Robert Schlesinger, the author of a book on presidents and their speechwriters, noted that Trump had “troubles at the beginning” when it came to staffing because of the suspicion with which he was regarded by much of the GOP establishment. Things have only worsened since.

“Now, two years in, you have the legal problems — and it is very clear that Trump is going to be Trump and do Trumpian things,” Schlesinger added.

A shortlist for the chief of staff position has been drawn up following the Ayers refusal.

Among the names mentioned are Rep. Mark Meadows (R-N.C.), the chairman of the ultra-conservative House Freedom Caucus; White House budget director Mick Mulvaney; David Bossie, deputy campaign manager on Trump’s 2016 presidential campaign; and Treasury Secretary Steven Mnuchin.

After initial reports that Meadows was not interested, he reinserted himself back into contention with a statement on Monday noting that serving in the role “would be an incredible honor.”

Bossie, a longtime conservative activist who was one of the first people to seriously encourage Trump to run for the White House, is also said by people close to him to be interested.

Others, including Mulvaney and Mnuchin, are reportedly more ambivalent. And some long-shot candidates have sought to cool speculation about themselves. 

Randy Levine, the president of the New York Yankees, responded to reports that listed him as a contender by telling Fox News that he had “spoken to nobody about the chief of staff job” and was “very happy being president of the Yankees.”

Among some aides, there is a desire that the new chief of staff should be of roughly similar age to the 72-year-old president. They theorize that such a person would tend to have a better instinctive understanding of Trump’s sensibilities — and would be more likely to retain his respect. Ayers, who is 36, would have tested that thesis.

Other Republicans worry that the difficulties of recruiting people to top positions will affect the White House in a larger sense. 

The communications team, the White House Counsel’s Office and the political operation are all understaffed, they contend — a particularly serious problem as the ship heads into its choppiest waters to date.

Referring to the Mueller investigation, one GOP source said, “The White House is not ready for war. They do not have a chief of staff and they have a bare-bones general counsel staff.”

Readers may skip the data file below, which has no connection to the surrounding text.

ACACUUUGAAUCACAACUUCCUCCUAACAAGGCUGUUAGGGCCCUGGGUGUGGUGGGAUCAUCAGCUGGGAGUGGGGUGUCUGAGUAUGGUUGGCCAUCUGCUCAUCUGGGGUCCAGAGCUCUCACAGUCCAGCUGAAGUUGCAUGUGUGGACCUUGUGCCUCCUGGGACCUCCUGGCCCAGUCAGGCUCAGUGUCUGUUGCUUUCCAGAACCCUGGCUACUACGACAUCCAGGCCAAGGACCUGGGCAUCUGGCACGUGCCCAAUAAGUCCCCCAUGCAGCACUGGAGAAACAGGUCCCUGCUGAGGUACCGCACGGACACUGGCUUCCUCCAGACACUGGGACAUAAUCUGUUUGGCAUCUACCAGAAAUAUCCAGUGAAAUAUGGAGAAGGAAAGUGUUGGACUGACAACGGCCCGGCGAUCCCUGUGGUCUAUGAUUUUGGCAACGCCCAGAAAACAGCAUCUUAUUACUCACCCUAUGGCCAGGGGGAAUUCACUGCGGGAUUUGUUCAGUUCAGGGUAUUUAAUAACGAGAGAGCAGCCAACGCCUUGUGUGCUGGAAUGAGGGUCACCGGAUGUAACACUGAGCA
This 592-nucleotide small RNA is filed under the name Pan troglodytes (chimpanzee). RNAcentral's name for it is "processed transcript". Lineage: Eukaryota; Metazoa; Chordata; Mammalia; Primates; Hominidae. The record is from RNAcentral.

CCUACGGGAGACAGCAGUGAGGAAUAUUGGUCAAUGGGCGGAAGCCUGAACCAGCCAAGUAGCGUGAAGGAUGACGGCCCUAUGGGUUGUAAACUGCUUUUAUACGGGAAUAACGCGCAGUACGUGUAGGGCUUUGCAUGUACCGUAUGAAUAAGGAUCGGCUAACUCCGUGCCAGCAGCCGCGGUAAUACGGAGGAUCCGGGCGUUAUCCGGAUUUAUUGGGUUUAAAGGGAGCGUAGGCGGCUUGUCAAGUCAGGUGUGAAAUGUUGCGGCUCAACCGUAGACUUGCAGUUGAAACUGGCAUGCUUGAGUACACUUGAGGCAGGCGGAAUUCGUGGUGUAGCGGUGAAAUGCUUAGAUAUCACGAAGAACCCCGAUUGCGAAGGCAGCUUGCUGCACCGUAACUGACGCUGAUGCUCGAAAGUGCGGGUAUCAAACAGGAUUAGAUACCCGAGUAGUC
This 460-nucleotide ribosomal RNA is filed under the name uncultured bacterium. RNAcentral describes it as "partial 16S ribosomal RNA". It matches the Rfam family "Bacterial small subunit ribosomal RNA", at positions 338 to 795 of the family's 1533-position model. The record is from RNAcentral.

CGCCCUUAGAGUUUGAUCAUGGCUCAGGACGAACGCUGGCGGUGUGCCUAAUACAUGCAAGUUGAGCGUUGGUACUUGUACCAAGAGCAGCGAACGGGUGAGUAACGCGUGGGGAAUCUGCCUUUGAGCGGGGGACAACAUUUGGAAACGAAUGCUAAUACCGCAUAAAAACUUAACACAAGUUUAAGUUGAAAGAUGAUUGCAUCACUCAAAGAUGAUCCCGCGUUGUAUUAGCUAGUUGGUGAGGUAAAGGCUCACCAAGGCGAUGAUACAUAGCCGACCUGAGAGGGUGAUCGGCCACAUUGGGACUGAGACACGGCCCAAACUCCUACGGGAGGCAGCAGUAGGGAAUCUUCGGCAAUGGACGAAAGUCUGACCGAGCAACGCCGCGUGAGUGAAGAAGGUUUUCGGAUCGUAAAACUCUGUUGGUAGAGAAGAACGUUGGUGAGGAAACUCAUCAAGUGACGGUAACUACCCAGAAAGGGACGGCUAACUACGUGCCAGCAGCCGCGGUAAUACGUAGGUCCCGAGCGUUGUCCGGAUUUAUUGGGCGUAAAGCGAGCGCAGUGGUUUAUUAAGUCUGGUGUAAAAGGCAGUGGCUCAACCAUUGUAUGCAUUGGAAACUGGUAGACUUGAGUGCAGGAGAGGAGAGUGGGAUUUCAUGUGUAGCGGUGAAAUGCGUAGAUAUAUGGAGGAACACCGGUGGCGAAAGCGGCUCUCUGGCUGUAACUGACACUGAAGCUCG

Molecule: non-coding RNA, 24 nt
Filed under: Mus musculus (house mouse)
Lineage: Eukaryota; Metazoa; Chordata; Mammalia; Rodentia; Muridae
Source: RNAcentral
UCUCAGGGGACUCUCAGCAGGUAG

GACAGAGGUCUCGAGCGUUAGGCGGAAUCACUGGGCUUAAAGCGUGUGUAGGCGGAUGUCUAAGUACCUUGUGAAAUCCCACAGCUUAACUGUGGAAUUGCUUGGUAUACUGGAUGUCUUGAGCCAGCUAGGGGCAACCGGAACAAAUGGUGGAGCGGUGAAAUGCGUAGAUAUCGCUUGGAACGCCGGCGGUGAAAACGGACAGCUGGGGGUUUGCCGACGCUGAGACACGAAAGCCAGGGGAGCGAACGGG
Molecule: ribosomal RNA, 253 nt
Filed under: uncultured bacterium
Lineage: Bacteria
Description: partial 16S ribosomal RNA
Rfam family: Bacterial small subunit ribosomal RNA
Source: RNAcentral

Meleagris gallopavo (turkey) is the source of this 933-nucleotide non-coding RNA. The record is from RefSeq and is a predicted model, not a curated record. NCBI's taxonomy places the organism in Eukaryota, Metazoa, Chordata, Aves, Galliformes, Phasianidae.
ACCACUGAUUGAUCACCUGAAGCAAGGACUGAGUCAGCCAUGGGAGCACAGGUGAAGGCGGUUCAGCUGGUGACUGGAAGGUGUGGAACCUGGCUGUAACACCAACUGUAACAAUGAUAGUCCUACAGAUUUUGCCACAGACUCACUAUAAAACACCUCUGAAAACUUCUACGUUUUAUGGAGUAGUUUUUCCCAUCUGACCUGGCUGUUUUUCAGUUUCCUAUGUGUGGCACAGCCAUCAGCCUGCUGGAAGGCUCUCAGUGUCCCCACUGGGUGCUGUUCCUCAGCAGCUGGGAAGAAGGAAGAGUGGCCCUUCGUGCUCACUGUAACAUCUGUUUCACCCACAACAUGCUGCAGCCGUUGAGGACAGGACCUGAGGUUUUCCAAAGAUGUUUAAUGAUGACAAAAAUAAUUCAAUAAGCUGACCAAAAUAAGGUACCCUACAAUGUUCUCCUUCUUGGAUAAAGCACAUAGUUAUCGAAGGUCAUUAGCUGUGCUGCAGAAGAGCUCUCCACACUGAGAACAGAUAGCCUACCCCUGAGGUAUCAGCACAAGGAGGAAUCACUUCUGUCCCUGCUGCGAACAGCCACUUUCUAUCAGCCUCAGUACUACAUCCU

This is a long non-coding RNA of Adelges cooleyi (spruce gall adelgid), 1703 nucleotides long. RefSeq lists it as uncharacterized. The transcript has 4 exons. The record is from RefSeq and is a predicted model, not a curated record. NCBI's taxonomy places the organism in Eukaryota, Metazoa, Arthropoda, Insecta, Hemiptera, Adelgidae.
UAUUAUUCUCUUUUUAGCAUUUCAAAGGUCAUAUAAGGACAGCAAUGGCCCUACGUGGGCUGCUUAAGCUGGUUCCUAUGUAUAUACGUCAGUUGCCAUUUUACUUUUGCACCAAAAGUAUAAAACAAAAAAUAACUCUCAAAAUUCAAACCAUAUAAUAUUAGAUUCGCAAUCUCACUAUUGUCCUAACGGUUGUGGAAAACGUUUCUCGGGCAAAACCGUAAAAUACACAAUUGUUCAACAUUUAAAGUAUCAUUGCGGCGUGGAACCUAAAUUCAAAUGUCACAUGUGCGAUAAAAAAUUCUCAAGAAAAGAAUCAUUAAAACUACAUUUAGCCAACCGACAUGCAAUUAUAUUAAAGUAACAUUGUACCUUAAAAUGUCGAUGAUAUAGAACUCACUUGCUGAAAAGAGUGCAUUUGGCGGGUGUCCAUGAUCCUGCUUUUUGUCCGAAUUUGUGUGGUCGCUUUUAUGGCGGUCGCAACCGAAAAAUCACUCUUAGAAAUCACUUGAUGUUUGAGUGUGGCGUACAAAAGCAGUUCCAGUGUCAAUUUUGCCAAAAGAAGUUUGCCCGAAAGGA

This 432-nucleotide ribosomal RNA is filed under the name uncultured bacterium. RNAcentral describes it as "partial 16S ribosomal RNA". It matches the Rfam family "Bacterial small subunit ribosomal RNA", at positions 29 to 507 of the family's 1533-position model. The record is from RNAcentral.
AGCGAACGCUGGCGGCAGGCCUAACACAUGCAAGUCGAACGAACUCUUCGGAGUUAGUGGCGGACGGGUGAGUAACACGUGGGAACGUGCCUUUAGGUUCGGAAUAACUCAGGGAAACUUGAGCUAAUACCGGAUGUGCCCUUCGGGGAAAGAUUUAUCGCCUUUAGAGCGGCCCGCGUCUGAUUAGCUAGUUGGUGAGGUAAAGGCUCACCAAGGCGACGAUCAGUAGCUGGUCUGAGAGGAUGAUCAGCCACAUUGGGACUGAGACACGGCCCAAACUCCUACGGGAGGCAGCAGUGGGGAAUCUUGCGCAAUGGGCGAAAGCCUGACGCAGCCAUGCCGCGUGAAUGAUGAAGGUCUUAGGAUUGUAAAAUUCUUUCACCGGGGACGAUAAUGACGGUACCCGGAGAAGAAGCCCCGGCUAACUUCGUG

This source lamented that there was “a lot of talent on the street” following the loss of around 40 Republican House seats in November’s midterm elections, but added, “Many of them are reluctant to go into the Trump White House because of the long-term stigma.”

Asked to clarify, the source said, “It’s a stigma from working for the president that would harm future employment opportunities.”

Some high-profile figures who have exited the Trump administration have failed to pick up the kind of lucrative post-White House jobs that veterans of other recent presidencies have enjoyed.

For now, Trump would presumably settle for recruiting a chief of staff without further drama. But that might be more easily said than done.

“Trump has yet to show any evidence that he wants someone in that job who will tell him hard truths,” said Chris Whipple, the author of “The Gatekeepers,” a book about past chiefs of staff. 

“You really have to wonder who would want to be Donald Trump’s chief of staff when this administration is headed for a world of trouble,” he added. “A Democratic House, Robert Mueller closing in — any contender for White House chief of staff has to think about lawyering up.”

The Memo is a reported column by Niall Stanage, primarily focused on Donald Trump’s presidency.

Tags Anthony Scaramucci Donald Trump John Kelly Mark Meadows Mick Mulvaney Reince Priebus Robert Mueller Steven Mnuchin
See all Hill.TV See all Video

Most Popular

Load more


See all Video